Civil Liberties

The Sorry State of FOIA

More than 50 years later, it is a wheezing, arthritic artifact of more optimistic times.


Joanna Andreasson

When the Freedom of Information Act (FOIA) was passed in 1966—about five years before public trust in government started to crater as a result of the Pentagon Papers and then Watergate—it was a landmark law and an exciting, promising new tool for reporters, researchers, and concerned citizens. More than 50 years later, it is a wheezing, arthritic artifact of more optimistic times.

More people than ever want to know what the government is doing in their name and with their money. The number of submitted FOIA requests has steadily increased year-over-year, a trend that has only accelerated under the daily controversies of the Trump administration, which said it received roughly 800,000 such requests in 2017, a record. At the same time, despite recent legislation to strengthen the law, it's more difficult than ever to pry loose documents about the federal government. The Associated Press reported in March that the number of FOIA requests denied or censored by the feds also hit a record high in the first year of the Trump administration: "The times the government said it would be illegal under other U.S. laws to release requested information nearly doubled to 63,749."

Unsurprisingly, we also saw a record number of freedom-of-information lawsuits filed against various federal agencies in 2017. There were 651, according to The FOIA Project, which tracks federal public records litigation. That followed record numbers of FOIA suits in 2016 and in 2014. "Court backlogs of pending FOIA litigation have climbed even faster, with hundreds of cases waiting resolution," The FOIA Project reported in January. "Indeed, the backlog is already approaching 900 cases and unless steps are taken may top a thousand in the near future."

Adam Marshall, an attorney at the Reporters Committee for Freedom of the Press, says one explanation for the spike in lawsuits is "increased frustration with how badly the FOIA process at the administrative stage is failing."

"That's true on both substantive and procedural grounds," he continues. "Information is being withheld that shouldn't be, but also it's taking an incredibly long time to even get decisions about FOIA requests, to the point where people feel like they have no choice but to file a lawsuit to just get a response to their request."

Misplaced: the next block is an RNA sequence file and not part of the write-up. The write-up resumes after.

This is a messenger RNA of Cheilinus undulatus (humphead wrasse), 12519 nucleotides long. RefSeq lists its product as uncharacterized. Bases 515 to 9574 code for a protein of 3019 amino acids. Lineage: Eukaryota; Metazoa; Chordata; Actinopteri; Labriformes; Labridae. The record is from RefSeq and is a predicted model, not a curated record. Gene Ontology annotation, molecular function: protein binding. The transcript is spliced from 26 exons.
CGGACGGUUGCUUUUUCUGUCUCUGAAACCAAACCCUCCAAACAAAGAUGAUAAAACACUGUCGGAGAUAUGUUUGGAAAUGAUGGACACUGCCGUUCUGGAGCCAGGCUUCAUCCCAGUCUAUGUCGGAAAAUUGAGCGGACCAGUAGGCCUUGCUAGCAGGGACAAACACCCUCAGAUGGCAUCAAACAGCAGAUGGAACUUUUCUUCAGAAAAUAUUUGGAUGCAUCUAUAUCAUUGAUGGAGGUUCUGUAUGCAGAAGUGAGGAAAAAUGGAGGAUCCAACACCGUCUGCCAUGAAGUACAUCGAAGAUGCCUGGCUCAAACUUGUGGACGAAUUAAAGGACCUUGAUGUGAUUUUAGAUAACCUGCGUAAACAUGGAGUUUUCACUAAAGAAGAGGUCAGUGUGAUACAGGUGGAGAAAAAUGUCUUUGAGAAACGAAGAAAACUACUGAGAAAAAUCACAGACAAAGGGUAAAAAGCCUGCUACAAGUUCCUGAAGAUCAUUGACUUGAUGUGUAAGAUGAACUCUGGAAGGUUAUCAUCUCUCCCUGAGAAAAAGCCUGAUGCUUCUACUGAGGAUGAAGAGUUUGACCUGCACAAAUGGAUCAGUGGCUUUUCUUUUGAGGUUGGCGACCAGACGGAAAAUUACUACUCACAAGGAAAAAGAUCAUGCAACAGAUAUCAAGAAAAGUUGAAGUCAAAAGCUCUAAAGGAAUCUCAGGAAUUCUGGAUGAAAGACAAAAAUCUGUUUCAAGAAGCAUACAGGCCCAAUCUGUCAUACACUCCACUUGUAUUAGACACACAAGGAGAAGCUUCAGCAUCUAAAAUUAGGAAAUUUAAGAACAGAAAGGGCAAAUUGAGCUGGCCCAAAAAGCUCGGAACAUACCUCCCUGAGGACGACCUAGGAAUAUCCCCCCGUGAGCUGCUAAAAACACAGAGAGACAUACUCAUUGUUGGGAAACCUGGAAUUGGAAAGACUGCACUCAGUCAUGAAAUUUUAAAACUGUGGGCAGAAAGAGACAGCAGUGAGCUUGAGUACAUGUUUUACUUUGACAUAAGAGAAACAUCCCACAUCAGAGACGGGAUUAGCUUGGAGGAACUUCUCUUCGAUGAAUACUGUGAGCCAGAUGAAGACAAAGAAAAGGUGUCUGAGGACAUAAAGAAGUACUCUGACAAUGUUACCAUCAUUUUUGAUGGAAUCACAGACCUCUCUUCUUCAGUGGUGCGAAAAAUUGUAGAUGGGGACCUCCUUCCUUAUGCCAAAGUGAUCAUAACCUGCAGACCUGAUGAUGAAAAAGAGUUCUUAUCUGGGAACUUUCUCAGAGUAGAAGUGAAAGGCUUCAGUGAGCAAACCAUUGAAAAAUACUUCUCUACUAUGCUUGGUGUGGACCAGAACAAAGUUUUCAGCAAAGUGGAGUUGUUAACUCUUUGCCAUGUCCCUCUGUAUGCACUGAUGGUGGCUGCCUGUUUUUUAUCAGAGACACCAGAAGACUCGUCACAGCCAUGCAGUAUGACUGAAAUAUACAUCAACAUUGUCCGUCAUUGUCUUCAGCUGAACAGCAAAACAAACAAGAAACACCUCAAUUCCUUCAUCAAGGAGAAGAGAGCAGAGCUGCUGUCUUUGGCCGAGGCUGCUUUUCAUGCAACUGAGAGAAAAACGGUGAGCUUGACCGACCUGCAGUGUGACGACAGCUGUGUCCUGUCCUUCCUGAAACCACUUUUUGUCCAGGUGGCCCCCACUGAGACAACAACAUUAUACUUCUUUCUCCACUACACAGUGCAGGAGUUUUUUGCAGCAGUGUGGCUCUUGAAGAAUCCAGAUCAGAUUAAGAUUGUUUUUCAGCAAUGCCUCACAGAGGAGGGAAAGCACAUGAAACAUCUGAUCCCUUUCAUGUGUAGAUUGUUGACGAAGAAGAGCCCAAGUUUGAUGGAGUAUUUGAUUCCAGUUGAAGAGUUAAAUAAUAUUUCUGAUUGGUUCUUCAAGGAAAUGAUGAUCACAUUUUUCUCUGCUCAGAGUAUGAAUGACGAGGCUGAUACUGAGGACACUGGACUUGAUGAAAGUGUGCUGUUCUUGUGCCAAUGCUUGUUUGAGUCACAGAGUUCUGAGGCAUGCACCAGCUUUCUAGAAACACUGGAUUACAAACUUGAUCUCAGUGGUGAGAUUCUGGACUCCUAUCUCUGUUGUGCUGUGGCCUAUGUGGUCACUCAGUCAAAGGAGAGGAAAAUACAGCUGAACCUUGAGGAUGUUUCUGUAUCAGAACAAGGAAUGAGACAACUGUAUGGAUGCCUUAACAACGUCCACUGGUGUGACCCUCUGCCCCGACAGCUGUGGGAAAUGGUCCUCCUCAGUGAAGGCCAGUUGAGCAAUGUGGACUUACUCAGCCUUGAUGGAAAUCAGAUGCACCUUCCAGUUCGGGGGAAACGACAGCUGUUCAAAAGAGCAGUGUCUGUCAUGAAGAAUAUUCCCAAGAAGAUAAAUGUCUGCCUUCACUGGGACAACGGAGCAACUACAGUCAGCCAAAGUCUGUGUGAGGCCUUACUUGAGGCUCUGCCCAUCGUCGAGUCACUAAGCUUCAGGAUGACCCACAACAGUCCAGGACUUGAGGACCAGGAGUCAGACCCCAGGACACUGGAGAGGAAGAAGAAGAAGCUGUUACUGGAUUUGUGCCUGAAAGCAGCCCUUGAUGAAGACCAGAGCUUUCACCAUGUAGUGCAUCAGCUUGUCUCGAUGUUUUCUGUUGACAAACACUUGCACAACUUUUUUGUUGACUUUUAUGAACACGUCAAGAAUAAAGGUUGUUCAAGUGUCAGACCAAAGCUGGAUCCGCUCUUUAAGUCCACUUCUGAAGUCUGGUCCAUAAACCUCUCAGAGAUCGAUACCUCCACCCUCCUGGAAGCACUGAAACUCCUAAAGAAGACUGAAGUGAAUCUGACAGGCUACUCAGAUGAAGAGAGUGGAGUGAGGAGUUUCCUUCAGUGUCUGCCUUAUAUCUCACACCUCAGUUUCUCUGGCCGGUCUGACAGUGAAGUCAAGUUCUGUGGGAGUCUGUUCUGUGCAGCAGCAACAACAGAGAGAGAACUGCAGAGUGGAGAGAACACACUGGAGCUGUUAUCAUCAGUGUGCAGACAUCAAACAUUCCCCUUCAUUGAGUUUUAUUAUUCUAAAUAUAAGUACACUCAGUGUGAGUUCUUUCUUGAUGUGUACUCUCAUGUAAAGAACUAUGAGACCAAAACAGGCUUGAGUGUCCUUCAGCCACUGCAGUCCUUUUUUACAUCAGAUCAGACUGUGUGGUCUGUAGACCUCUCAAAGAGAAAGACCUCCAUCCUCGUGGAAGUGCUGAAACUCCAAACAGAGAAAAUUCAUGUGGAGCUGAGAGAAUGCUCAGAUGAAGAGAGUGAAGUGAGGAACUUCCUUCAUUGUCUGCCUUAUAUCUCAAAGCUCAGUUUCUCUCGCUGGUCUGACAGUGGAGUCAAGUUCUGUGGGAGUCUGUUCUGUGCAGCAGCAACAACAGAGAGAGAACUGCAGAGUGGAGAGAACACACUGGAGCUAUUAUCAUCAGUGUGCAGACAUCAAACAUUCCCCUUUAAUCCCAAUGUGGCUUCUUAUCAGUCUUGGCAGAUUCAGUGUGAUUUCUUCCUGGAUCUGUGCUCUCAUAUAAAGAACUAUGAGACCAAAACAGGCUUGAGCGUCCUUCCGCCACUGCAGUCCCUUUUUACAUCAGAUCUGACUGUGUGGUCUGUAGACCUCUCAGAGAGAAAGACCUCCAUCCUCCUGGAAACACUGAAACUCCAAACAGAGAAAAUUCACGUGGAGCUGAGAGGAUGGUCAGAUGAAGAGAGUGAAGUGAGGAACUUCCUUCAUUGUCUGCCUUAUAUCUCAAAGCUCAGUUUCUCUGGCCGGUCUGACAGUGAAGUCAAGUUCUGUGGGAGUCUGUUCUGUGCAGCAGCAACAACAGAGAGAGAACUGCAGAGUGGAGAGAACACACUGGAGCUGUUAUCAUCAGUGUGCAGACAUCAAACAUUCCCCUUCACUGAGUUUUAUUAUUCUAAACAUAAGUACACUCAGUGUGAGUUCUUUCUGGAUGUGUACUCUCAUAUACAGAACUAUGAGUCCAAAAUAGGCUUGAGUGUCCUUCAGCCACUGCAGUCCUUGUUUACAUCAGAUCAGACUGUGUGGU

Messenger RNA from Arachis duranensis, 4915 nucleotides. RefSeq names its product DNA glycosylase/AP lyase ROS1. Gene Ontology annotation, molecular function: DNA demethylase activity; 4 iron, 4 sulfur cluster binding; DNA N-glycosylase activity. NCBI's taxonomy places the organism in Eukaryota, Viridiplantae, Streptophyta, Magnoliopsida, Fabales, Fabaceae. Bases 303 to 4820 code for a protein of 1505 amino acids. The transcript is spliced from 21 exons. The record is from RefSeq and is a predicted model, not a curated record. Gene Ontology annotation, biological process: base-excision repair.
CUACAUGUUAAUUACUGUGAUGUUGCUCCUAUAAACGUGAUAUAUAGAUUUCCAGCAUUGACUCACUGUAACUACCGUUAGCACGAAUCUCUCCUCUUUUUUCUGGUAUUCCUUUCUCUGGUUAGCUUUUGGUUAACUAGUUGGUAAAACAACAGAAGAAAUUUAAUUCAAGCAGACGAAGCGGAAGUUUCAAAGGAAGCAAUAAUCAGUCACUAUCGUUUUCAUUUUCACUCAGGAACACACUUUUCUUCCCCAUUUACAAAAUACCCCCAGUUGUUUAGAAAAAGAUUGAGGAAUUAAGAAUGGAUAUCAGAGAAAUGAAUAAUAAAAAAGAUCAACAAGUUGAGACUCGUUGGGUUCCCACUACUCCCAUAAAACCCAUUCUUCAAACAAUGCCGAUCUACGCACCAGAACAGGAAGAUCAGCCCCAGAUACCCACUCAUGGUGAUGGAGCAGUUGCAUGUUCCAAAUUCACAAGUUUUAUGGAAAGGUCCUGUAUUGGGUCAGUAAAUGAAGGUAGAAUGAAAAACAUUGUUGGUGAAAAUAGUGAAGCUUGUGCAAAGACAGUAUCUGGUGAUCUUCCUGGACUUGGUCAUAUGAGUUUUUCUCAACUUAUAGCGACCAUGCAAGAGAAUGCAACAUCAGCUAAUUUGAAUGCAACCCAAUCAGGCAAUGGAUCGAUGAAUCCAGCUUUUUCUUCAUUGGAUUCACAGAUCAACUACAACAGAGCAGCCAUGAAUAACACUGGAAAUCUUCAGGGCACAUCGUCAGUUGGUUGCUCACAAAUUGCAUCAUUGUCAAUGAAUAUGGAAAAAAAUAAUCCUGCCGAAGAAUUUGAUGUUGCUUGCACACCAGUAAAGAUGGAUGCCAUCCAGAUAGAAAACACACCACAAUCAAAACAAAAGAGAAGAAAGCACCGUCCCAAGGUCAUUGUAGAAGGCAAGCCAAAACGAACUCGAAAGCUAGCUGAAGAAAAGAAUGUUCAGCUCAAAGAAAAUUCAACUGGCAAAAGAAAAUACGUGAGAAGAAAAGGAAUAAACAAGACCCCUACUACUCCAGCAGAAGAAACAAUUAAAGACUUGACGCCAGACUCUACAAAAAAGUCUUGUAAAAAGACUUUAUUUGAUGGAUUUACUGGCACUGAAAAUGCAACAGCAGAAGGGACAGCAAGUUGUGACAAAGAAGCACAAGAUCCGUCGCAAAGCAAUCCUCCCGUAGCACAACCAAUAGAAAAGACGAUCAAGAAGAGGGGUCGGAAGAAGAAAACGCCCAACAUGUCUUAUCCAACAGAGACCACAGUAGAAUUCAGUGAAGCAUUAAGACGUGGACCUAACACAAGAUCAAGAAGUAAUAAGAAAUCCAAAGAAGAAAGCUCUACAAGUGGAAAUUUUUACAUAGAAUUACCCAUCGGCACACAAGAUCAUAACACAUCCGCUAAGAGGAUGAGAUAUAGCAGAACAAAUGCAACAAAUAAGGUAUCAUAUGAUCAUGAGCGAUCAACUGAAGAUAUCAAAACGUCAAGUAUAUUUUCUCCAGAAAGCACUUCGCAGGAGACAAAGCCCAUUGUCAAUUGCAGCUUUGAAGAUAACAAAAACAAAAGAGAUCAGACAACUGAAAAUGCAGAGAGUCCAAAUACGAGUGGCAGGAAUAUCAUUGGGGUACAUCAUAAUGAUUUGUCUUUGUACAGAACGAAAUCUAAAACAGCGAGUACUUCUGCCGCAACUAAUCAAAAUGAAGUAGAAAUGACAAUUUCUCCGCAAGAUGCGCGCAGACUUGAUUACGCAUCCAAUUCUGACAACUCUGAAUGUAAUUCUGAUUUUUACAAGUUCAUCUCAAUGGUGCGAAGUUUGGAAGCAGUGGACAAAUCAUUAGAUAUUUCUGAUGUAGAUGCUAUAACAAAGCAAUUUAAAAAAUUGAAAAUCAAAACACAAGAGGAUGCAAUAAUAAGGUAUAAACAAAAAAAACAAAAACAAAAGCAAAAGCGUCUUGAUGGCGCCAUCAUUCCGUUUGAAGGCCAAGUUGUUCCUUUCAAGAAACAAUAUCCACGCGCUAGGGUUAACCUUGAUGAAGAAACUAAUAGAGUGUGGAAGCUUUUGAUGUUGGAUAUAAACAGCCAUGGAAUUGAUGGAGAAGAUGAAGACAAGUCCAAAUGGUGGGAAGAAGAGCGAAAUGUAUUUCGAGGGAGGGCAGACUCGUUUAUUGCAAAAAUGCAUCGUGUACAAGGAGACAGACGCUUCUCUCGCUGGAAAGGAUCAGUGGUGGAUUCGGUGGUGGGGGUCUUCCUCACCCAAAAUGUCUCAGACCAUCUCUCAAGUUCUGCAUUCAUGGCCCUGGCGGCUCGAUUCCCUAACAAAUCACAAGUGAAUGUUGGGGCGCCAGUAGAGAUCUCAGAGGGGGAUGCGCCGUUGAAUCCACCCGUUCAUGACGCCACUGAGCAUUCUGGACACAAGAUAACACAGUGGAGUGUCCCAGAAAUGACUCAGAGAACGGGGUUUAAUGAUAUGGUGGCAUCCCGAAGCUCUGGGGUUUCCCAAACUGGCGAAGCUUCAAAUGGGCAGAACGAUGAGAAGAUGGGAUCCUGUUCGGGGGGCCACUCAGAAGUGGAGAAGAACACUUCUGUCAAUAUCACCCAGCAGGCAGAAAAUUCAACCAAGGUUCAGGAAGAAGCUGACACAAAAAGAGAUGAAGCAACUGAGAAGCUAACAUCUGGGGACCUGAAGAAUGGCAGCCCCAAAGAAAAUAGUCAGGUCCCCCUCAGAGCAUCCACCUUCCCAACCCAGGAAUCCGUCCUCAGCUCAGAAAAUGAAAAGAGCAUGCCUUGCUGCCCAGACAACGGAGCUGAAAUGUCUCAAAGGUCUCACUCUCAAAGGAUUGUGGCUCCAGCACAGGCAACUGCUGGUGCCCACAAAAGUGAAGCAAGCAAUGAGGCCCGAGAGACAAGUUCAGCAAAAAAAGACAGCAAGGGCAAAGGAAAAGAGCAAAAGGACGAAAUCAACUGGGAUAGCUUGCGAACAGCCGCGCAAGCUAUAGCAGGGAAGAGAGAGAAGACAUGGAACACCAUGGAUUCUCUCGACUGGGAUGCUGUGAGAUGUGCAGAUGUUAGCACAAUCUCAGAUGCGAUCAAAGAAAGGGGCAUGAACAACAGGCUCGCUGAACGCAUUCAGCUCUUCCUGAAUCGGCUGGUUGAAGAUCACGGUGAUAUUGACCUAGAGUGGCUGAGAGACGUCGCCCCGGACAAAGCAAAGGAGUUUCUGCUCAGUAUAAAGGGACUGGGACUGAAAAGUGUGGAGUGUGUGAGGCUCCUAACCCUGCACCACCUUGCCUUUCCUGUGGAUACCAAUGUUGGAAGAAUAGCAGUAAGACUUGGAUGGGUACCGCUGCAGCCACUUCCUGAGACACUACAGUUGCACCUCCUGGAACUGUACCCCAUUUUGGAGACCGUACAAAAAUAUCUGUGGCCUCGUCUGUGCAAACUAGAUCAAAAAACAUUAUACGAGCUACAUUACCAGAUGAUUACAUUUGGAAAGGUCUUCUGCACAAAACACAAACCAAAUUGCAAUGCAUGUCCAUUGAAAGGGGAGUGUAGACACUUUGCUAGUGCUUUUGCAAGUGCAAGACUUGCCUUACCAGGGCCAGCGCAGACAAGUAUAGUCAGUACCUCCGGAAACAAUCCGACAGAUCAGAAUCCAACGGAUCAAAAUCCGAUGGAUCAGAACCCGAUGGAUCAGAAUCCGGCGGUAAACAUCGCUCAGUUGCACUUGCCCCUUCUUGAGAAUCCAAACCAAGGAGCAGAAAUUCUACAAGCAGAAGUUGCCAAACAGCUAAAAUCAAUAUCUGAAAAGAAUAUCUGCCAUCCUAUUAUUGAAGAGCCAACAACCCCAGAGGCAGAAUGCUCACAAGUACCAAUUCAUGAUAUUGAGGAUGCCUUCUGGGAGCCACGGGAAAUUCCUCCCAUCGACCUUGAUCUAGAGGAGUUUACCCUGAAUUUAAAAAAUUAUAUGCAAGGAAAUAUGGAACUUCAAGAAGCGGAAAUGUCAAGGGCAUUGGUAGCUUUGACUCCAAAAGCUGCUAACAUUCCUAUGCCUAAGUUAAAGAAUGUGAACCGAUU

If you don't have the money to lawyer up, you'll have to content yourself with waiting months, and often years, for documents. The average time to receive a processed FOIA request from the State Department in fiscal year 2017 was 652 days, for example. The average time to receive a response to an administrative appeal was 503 days.

One solution to this, Marshall says, would be for the government to pro-actively release more documents, including simply handing over records when asked instead of forcing requesters to go through the formal FOIA process in the first place. This was one of the principles in President Obama's vaunted, day-one memorandum on transparency, which ordered federal agencies to operate under a "presumption of openness."

Of course, the self-proclaimed "most transparent administration in history" ended up falling far short of its own aspirations. Many of the Trump administration's secretive tendencies, such as keeping the White House visitor logs hidden from the public, were made possible by the Obama administration. But almost all presidents have understood that paying lip service to transparency was good politics, even if they failed to deliver on the rhetoric in practice.

"This legislation springs from one of our most essential principles: A democracy works best when the people have all the information that the security of the Nation permits," Lyndon B. Johnson said in a signing statement to the original FOIA law. "No one should be able to pull curtains of secrecy around decisions which can be revealed without injury to the public interest."

Trump, an exception, has not issued any proclamations or memos stating his administration's commitment to upholding those principles.

"Every president going back decades has done that," Marshall says. "Not to say that any of those statements or commitments were lived up to, but putting them out, I think, does mean something. It signals to the public and the employees of the federal government something about the administration's commitment or view of FOIA, so the absence of a statement, let alone following through on it, is telling."